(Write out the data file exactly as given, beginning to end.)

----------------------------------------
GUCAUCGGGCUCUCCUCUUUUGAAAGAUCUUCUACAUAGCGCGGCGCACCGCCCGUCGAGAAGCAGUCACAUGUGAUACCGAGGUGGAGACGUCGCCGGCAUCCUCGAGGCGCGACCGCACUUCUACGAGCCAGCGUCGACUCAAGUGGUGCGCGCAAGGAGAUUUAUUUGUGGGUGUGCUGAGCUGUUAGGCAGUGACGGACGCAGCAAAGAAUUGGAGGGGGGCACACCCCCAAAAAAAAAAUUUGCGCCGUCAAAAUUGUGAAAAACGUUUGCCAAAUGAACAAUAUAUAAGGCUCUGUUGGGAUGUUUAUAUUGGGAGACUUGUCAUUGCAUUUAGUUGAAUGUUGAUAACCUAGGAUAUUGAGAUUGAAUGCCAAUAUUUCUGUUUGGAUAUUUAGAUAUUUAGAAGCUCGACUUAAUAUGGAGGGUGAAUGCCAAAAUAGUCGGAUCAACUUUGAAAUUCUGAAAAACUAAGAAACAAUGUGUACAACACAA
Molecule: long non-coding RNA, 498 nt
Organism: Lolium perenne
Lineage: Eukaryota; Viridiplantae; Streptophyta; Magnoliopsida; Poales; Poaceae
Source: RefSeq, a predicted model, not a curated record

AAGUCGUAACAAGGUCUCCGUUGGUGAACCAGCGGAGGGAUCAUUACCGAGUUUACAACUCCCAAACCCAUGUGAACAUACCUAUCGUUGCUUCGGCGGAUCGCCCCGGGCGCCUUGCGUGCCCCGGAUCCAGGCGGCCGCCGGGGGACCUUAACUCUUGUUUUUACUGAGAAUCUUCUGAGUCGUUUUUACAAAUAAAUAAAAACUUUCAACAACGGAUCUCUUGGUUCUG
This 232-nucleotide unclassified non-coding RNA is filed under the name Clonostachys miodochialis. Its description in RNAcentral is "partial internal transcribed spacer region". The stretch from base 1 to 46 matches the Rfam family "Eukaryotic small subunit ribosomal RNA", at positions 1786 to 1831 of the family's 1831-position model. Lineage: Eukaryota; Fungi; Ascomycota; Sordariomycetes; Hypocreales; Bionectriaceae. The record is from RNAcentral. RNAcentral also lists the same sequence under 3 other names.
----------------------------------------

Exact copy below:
GUCAUCGGGCUCUCCUCUUUUGAAAGAUCUUCUACAUAGCGCGGCGCACCGCCCGUCGAGAAGCAGUCACAUGUGAUACCGAGGUGGAGACGUCGCCGGCAUCCUCGAGGCGCGACCGCACUUCUACGAGCCAGCGUCGACUCAAGUGGUGCGCGCAAGGAGAUUUAUUUGUGGGUGUGCUGAGCUGUUAGGCAGUGACGGACGCAGCAAAGAAUUGGAGGGGGGCACACCCCCAAAAAAAAAAUUUGCGCCGUCAAAAUUGUGAAAAACGUUUGCCAAAUGAACAAUAUAUAAGGCUCUGUUGGGAUGUUUAUAUUGGGAGACUUGUCAUUGCAUUUAGUUGAAUGUUGAUAACCUAGGAUAUUGAGAUUGAAUGCCAAUAUUUCUGUUUGGAUAUUUAGAUAUUUAGAAGCUCGACUUAAUAUGGAGGGUGAAUGCCAAAAUAGUCGGAUCAACUUUGAAAUUCUGAAAAACUAAGAAACAAUGUGUACAACACAA
Molecule: long non-coding RNA, 498 nt
Organism: Lolium perenne
Lineage: Eukaryota; Viridiplantae; Streptophyta; Magnoliopsida; Poales; Poaceae
Source: RefSeq, a predicted model, not a curated record

AAGUCGUAACAAGGUCUCCGUUGGUGAACCAGCGGAGGGAUCAUUACCGAGUUUACAACUCCCAAACCCAUGUGAACAUACCUAUCGUUGCUUCGGCGGAUCGCCCCGGGCGCCUUGCGUGCCCCGGAUCCAGGCGGCCGCCGGGGGACCUUAACUCUUGUUUUUACUGAGAAUCUUCUGAGUCGUUUUUACAAAUAAAUAAAAACUUUCAACAACGGAUCUCUUGGUUCUG
This 232-nucleotide unclassified non-coding RNA is filed under the name Clonostachys miodochialis. Its description in RNAcentral is "partial internal transcribed spacer region". The stretch from base 1 to 46 matches the Rfam family "Eukaryotic small subunit ribosomal RNA", at positions 1786 to 1831 of the family's 1831-position model. Lineage: Eukaryota; Fungi; Ascomycota; Sordariomycetes; Hypocreales; Bionectriaceae. The record is from RNAcentral. RNAcentral also lists the same sequence under 3 other names.